Thursday, 15 August 2013

Review - WDYTYA edition featuring Lesley Sharp

Wow! Tonight's episode of Who Do You Think You Are was nearly flawless, and certainly one of the bravest and most original episodes ever since the series first started.

The premise of the show was that actress Lesley Sharp had been adopted as a child, and until recent times had no interest in her birth father's side of her ancestry. This programme provided an opportunity for her to do that, and there is no doubt that the real bravery here was in the actress allowing WDYTYA to help her do that, rather than WDYTYA asking her to take part. The programme then essentially comprised of two parts - an investigation into her biological father, and specifically his motives for essentially facilitating her adoption, and then further back to a supposed great great grandfather called Charles Patient, and his role as a foster carer.

On the first half, this was beautifully handled by the production team. In the taxi, as Lesley Sharp headed towards meeting her half siblings for the first time, I turned to my wife and said "this had better be off camera", and within seconds the actress said to camera that she had asked for her first meeting to be carried out exactly like that. Cameras don't have rights to film what they want in such circumstances, only what the public agrees to, and this was handled superbly, with the siblings agreeing to go on camera after an initial meet. We had no right to be there as viewers, we merely enjoyed the privilege of access granted, so a huge thumbs up to the siblings for agreeing to what must have been an undoubtedly awkward situation for them. For those yet to watch, suffice to say that the actress had some misconceptions corrected about her father, though not all.

The story moved back after this to Sharp's great great grandmother, and a child called William born out of wedlock over a hundred years ago, with her mum marrying a gent called Charles Patient shortly after. If there was  flaw with the programme it was this - a point was made that William may not have been Charles' son, and yet unless I missed it, this was glossed over subsequently when on each occasion thereafter Charles was referred to as her two times great grandfather. That was a question still to be resolved, but it was not addressed further. There were a few ways that this could might been tackled - not least the possibility of a DNA test from a descendant of William and of one of Charles many other sons, if there were two male lines of descent, to see if they had matching Y-DNA profiles. That irritated - not the fact that this was not considered, just in the Janet and John commentary on the matter assuming we'd just forget about it.

However, what the programme did do was something that I don't think that it has done before. It bravely stepped away from genealogy - the physical connection by bloodlines between folks - and very much into family history - the circumstances, including our genealogical heritage, that make us who we are. The second half of the programme therefore looked at the circumstances of two foster children raised by Charles, one of whom was found to later emigrate to Canada. Whether Charles was a biological ancestor of Lesley Sharp may not have been resolved - at least in what was shown in the programme - but he was certainly a major factor in raising William. The genius of this episode was in showing what a major factor he was also in someone else's life, someone who wasn't raised as a blood relative, but as a foster brother. Family history is about more than just blood, and this beautifully illustrated just how infinite the options within our research can be into our ancestors if we just think to ask the right questions about who they were, rather than just who their biological connections may have been.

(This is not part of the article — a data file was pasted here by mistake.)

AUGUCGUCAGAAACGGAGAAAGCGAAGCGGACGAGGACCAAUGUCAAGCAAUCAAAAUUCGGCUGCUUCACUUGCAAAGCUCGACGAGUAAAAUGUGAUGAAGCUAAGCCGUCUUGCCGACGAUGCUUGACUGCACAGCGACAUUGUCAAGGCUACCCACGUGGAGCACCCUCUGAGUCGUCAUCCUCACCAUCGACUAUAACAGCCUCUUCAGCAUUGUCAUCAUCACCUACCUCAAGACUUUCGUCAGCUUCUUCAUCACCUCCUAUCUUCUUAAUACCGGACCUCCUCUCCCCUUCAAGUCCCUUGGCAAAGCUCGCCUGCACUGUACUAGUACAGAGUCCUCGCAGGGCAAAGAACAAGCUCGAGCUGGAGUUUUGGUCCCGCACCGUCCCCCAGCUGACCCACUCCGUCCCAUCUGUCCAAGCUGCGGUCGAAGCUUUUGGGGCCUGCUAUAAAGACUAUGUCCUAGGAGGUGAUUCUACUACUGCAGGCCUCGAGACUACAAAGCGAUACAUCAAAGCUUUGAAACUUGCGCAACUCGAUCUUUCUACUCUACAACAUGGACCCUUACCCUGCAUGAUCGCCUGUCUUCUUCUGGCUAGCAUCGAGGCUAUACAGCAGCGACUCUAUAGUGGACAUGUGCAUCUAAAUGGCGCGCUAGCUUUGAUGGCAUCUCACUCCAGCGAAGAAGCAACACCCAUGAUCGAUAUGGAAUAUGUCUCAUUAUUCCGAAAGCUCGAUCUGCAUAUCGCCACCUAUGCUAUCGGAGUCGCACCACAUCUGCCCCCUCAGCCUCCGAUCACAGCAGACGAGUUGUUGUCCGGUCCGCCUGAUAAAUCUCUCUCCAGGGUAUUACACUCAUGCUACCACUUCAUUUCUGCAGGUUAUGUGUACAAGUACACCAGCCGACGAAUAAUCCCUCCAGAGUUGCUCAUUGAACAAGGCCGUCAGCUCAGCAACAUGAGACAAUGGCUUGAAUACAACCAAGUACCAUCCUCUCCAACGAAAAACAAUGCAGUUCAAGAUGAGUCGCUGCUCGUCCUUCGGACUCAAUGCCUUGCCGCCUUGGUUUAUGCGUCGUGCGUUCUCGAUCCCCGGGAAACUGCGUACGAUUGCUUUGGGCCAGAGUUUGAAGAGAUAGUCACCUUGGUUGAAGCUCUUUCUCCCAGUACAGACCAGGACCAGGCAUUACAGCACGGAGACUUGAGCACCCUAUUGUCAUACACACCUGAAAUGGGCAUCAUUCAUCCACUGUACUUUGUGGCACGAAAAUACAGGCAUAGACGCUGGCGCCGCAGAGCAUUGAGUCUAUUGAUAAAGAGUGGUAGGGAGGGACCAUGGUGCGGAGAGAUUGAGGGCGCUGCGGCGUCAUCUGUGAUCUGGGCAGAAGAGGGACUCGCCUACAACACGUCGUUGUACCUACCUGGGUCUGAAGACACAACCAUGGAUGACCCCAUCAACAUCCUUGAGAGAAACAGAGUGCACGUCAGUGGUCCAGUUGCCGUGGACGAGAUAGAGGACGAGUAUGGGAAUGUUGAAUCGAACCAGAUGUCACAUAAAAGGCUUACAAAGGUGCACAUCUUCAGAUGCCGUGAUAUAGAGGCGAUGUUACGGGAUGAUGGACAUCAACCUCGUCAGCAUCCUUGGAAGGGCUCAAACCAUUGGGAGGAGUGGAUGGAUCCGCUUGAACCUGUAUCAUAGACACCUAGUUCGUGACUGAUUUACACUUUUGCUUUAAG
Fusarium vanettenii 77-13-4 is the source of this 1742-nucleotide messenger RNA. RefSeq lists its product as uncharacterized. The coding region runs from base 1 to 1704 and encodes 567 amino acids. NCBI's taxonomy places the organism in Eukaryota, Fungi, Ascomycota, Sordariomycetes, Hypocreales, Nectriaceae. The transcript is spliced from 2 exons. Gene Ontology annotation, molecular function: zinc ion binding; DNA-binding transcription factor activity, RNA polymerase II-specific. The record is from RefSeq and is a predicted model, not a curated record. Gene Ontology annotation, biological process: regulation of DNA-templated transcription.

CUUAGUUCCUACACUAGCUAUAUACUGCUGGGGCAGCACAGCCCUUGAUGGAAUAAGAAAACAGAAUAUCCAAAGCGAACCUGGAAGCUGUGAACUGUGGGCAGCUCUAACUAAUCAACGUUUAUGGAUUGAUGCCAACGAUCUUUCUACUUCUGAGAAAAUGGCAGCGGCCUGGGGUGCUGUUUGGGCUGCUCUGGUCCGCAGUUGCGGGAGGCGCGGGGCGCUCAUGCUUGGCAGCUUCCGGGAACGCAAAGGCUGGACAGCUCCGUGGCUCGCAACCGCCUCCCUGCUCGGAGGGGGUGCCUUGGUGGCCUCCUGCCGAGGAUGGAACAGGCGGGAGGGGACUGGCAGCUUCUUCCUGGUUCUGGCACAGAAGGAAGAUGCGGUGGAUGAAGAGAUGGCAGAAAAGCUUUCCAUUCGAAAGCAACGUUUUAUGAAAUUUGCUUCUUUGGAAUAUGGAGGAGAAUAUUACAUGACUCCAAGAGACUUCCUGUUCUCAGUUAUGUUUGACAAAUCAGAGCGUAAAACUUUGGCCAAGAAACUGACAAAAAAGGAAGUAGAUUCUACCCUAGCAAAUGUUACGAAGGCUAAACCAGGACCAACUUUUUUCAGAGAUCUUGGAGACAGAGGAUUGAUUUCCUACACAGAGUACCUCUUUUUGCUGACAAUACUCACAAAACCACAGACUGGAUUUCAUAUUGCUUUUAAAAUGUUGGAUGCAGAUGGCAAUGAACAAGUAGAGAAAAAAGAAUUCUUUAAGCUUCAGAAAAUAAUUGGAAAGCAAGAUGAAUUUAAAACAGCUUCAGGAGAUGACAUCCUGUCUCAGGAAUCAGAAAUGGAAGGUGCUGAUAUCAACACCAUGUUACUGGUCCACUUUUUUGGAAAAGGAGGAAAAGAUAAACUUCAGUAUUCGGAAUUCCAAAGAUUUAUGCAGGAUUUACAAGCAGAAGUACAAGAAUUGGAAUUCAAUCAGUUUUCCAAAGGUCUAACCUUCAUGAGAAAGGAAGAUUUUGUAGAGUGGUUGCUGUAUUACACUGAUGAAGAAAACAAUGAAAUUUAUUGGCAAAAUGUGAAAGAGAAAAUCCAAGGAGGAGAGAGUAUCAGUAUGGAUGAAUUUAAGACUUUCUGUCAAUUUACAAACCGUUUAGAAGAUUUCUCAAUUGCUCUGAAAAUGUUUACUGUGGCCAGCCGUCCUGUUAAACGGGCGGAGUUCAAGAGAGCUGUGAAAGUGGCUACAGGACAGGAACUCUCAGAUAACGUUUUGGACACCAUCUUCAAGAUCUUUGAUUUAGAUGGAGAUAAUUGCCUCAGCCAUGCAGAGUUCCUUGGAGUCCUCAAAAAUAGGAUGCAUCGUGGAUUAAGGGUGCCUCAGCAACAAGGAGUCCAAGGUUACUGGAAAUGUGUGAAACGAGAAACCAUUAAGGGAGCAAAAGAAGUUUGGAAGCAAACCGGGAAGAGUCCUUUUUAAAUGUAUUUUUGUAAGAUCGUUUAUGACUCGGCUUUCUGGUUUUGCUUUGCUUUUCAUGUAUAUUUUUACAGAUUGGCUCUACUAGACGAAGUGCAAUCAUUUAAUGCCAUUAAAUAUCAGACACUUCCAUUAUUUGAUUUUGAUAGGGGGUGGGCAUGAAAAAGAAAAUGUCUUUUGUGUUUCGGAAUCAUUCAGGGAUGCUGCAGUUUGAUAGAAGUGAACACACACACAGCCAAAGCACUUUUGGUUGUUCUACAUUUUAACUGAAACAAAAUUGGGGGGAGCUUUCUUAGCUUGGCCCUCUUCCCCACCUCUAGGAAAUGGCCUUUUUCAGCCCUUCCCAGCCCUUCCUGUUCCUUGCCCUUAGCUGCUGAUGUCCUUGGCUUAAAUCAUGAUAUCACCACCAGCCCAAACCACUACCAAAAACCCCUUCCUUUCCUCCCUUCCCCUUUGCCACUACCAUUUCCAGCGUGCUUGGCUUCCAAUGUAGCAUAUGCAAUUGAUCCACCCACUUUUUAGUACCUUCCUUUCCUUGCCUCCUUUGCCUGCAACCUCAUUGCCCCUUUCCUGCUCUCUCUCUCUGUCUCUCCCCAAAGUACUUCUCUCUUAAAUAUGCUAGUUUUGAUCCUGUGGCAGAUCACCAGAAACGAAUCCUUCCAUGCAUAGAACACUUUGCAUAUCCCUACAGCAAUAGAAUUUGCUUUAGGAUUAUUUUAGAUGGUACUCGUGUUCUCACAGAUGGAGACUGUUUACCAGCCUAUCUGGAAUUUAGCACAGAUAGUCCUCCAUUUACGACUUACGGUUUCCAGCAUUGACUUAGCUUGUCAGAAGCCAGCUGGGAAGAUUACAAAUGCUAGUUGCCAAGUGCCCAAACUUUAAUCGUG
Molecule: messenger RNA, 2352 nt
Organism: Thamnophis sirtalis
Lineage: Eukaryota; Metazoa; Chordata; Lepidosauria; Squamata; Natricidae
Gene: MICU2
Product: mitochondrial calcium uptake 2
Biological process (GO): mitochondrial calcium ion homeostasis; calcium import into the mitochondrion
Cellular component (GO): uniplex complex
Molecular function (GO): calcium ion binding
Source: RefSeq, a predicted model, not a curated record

Again, I find any episode of WDYTYA to work best when there is a genuine question about the participant's  identity to be resolved, or at least addressed. Lesley Sharp had some deeply personal issues about her adoption to address - it was a privilege for us to be allowed to tag along for the ride.

And by the way, if you missed this week's Family Tree comedy on BBC2, check it out on BBC iPlayer - it crossed the Atlantic and got funny this week! WDYTYA is also available on the Player for UK based residents.

UPDATE: see comment below!


My new book, Tracing Your Irish Family History on the Internet, is now available from Pen and Sword. My Scottish land and church records ebooks are available at, whilst my next Pharos Scottish course, Scottish Research Online, starts Sep 4th - see Time to smash a few brick walls...!


  1. Chris,

    From what I can see Lesley's descent is not through William (Bush) Patient, but his 'brother' Thomas (b.1853). Then through his son Thomas Charles (b.1880), to Norman (b.1909).

    Agree the programme didn't make this clear, but Charles Patient was indeed Lesley's GG Grandfather.

  2. I've tried to get on the wavelength with 'Family Tree' but it's just not working for me. Even though I do get that the writer is mocking stereotypes in the geni world and their fondly held views/habits, the humour is very forced and why on earth cast a ventriloquist and her monkey puppet as a sister who happens to be unable to function without using ventriloquism via her monkey puppet?

  3. Had another look at WDYTYA - and Thomas as great grandfather is mentioned, but it's a real blink and you miss it moment - never referred to again in the programme. But at least makes a bit more sense now!